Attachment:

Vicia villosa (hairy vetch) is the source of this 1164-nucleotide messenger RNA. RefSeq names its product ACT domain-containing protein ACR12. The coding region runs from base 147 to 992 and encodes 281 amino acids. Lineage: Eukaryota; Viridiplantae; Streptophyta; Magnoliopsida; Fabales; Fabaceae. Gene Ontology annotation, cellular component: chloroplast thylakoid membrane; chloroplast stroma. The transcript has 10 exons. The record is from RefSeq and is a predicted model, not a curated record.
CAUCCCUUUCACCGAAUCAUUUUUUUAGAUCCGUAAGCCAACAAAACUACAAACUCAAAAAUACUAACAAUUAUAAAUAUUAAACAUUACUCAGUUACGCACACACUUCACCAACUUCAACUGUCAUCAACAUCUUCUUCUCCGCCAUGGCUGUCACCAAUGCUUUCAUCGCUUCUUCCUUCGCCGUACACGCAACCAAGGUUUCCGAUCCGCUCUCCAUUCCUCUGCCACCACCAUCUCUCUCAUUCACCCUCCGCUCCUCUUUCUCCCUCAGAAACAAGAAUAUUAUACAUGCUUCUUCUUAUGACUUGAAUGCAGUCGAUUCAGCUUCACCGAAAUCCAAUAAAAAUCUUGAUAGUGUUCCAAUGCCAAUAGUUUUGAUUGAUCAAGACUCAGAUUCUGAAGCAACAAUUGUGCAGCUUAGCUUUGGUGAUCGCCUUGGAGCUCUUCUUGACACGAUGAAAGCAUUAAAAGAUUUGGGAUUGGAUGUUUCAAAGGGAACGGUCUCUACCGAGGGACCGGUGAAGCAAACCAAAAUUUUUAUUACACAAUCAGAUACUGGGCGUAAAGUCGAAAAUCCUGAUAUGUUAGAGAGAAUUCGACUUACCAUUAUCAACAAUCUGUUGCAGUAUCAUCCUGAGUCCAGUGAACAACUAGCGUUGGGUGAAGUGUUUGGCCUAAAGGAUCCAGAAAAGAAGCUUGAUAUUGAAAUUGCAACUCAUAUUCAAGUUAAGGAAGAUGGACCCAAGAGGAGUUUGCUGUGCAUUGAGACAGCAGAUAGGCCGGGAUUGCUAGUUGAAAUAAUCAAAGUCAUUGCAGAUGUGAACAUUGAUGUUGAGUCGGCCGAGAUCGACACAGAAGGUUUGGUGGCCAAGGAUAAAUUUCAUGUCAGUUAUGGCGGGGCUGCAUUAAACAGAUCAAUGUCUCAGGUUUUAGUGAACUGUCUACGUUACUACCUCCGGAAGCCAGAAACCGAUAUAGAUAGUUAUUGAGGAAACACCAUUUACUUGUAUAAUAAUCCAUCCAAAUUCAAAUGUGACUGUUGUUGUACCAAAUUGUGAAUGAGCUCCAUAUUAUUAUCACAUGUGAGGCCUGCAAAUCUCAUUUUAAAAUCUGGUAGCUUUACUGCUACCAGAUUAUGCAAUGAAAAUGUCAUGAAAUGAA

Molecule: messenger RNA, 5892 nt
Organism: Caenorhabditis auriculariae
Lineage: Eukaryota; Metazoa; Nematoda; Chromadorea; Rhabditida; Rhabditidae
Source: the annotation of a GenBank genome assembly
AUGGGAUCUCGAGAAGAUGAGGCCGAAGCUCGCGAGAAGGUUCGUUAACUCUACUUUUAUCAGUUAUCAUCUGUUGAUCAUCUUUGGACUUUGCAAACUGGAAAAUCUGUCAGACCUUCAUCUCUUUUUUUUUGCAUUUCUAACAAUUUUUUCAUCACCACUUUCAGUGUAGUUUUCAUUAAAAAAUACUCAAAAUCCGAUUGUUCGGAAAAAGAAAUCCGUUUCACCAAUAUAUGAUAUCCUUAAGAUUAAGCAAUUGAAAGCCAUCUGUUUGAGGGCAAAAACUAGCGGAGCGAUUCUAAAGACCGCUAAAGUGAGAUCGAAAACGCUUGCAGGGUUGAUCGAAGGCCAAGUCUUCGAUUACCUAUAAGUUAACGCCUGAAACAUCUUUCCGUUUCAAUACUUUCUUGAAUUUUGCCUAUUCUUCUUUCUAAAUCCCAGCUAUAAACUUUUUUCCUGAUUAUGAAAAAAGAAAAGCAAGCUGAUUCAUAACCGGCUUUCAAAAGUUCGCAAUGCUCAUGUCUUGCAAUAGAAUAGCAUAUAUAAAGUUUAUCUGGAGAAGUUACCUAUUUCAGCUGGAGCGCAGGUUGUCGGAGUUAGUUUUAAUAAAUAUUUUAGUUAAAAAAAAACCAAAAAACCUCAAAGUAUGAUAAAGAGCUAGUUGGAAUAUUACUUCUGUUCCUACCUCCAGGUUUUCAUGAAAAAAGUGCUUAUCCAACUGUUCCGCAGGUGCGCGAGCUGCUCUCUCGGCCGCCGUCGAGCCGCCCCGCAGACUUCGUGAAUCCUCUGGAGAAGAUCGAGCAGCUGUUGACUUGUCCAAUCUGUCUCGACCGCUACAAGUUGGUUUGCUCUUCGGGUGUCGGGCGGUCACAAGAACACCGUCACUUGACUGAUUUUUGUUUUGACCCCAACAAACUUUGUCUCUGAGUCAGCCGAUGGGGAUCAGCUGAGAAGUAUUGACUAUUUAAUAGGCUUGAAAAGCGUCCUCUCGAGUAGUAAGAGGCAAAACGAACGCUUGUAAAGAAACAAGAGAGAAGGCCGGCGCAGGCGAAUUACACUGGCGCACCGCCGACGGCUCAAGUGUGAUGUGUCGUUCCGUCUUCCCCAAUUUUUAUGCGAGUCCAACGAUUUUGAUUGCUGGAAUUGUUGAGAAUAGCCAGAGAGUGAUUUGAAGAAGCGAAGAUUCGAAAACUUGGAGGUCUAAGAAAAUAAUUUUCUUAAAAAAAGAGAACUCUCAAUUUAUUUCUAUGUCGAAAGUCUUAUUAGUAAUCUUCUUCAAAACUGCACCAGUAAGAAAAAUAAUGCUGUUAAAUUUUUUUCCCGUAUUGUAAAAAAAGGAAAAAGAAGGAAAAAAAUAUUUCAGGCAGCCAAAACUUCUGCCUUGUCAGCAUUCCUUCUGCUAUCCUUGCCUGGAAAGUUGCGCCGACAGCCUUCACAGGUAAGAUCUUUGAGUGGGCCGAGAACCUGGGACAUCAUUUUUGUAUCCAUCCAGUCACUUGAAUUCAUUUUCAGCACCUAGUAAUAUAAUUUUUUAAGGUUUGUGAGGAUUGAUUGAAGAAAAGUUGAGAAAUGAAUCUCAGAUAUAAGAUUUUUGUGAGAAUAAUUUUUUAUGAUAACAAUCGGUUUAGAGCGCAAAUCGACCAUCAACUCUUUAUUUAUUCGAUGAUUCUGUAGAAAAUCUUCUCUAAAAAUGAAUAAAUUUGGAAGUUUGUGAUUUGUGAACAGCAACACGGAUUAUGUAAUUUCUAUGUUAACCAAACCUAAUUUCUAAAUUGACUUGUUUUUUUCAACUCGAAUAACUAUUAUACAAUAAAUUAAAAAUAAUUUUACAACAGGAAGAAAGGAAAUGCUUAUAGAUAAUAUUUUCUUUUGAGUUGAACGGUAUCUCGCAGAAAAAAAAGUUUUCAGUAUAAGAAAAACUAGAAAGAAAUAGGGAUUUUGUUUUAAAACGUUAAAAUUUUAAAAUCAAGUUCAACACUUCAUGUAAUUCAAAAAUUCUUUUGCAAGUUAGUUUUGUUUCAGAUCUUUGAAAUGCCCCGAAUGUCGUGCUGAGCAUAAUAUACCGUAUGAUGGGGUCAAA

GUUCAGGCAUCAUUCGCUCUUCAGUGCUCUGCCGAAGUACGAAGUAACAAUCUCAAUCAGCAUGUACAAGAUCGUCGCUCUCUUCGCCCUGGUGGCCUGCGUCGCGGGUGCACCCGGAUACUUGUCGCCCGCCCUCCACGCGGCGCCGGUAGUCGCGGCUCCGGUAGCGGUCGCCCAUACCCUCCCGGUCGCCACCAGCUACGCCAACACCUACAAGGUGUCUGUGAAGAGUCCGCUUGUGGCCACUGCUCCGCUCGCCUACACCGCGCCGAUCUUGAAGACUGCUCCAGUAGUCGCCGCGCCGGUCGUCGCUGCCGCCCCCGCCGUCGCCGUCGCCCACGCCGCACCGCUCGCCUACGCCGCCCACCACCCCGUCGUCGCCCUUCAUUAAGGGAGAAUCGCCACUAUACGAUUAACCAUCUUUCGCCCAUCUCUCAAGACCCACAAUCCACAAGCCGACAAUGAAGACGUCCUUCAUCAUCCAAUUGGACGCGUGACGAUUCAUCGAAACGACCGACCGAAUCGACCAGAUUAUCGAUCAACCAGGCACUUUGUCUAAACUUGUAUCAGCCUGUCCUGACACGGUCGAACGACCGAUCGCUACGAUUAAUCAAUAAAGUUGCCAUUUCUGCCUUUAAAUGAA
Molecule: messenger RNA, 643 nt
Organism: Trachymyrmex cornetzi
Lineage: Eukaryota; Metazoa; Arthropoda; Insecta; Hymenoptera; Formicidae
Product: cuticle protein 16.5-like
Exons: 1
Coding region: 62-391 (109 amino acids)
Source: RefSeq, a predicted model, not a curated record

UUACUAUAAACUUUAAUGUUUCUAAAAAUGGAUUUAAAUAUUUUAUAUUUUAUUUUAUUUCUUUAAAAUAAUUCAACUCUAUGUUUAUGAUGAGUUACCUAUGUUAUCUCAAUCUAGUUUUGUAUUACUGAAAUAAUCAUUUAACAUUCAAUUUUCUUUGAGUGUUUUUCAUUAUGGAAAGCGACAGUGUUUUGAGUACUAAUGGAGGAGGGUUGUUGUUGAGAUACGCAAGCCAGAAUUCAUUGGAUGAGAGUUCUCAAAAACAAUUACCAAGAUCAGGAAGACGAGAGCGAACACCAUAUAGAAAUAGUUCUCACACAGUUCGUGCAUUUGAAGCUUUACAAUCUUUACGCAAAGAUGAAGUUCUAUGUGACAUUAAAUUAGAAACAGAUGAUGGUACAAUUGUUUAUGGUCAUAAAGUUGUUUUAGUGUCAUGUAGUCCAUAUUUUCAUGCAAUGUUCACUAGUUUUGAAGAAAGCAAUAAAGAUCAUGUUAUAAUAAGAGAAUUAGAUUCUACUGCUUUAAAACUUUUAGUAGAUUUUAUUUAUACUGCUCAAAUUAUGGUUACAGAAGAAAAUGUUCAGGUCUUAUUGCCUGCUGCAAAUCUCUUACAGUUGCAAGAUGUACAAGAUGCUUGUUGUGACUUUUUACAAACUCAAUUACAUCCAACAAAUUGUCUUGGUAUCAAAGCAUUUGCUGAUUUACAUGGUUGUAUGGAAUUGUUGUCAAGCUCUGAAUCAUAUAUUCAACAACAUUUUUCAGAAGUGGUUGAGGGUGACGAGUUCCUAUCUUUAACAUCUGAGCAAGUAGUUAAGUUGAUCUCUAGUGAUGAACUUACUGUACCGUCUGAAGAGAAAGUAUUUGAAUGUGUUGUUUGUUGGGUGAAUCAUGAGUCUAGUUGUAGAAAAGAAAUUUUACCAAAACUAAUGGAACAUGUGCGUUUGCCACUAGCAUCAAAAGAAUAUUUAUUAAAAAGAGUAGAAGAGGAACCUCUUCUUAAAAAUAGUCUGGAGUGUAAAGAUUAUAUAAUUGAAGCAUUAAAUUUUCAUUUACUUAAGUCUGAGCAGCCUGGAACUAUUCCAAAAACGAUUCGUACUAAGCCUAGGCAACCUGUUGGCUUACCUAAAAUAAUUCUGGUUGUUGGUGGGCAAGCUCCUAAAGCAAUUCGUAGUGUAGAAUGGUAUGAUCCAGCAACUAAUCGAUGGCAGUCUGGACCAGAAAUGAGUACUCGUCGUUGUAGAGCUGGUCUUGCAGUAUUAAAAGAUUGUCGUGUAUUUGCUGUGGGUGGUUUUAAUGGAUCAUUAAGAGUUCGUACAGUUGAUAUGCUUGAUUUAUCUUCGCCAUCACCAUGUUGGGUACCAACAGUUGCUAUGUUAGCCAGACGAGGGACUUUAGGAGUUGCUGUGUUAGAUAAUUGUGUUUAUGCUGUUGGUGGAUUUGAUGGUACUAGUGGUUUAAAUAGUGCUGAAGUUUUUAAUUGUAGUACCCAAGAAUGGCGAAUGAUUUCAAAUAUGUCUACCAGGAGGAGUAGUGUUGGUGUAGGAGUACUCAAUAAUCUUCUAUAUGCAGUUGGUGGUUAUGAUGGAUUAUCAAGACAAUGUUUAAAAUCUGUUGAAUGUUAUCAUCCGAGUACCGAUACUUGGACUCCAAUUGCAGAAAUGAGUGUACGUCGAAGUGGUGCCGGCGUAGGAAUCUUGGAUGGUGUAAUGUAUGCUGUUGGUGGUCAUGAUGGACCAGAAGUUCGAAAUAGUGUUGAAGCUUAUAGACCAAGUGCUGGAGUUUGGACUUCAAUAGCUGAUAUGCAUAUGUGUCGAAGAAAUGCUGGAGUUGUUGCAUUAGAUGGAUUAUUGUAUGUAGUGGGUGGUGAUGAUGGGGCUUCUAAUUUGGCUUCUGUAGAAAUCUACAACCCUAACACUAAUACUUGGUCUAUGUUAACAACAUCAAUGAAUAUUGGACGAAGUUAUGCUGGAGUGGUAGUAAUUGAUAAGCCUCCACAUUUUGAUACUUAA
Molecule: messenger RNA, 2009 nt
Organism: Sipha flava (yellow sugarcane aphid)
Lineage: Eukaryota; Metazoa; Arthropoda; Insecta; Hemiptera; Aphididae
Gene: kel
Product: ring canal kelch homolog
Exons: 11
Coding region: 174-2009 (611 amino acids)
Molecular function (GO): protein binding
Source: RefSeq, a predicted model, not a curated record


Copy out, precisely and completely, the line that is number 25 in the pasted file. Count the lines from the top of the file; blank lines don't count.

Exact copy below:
Source: RefSeq, a predicted model, not a curated record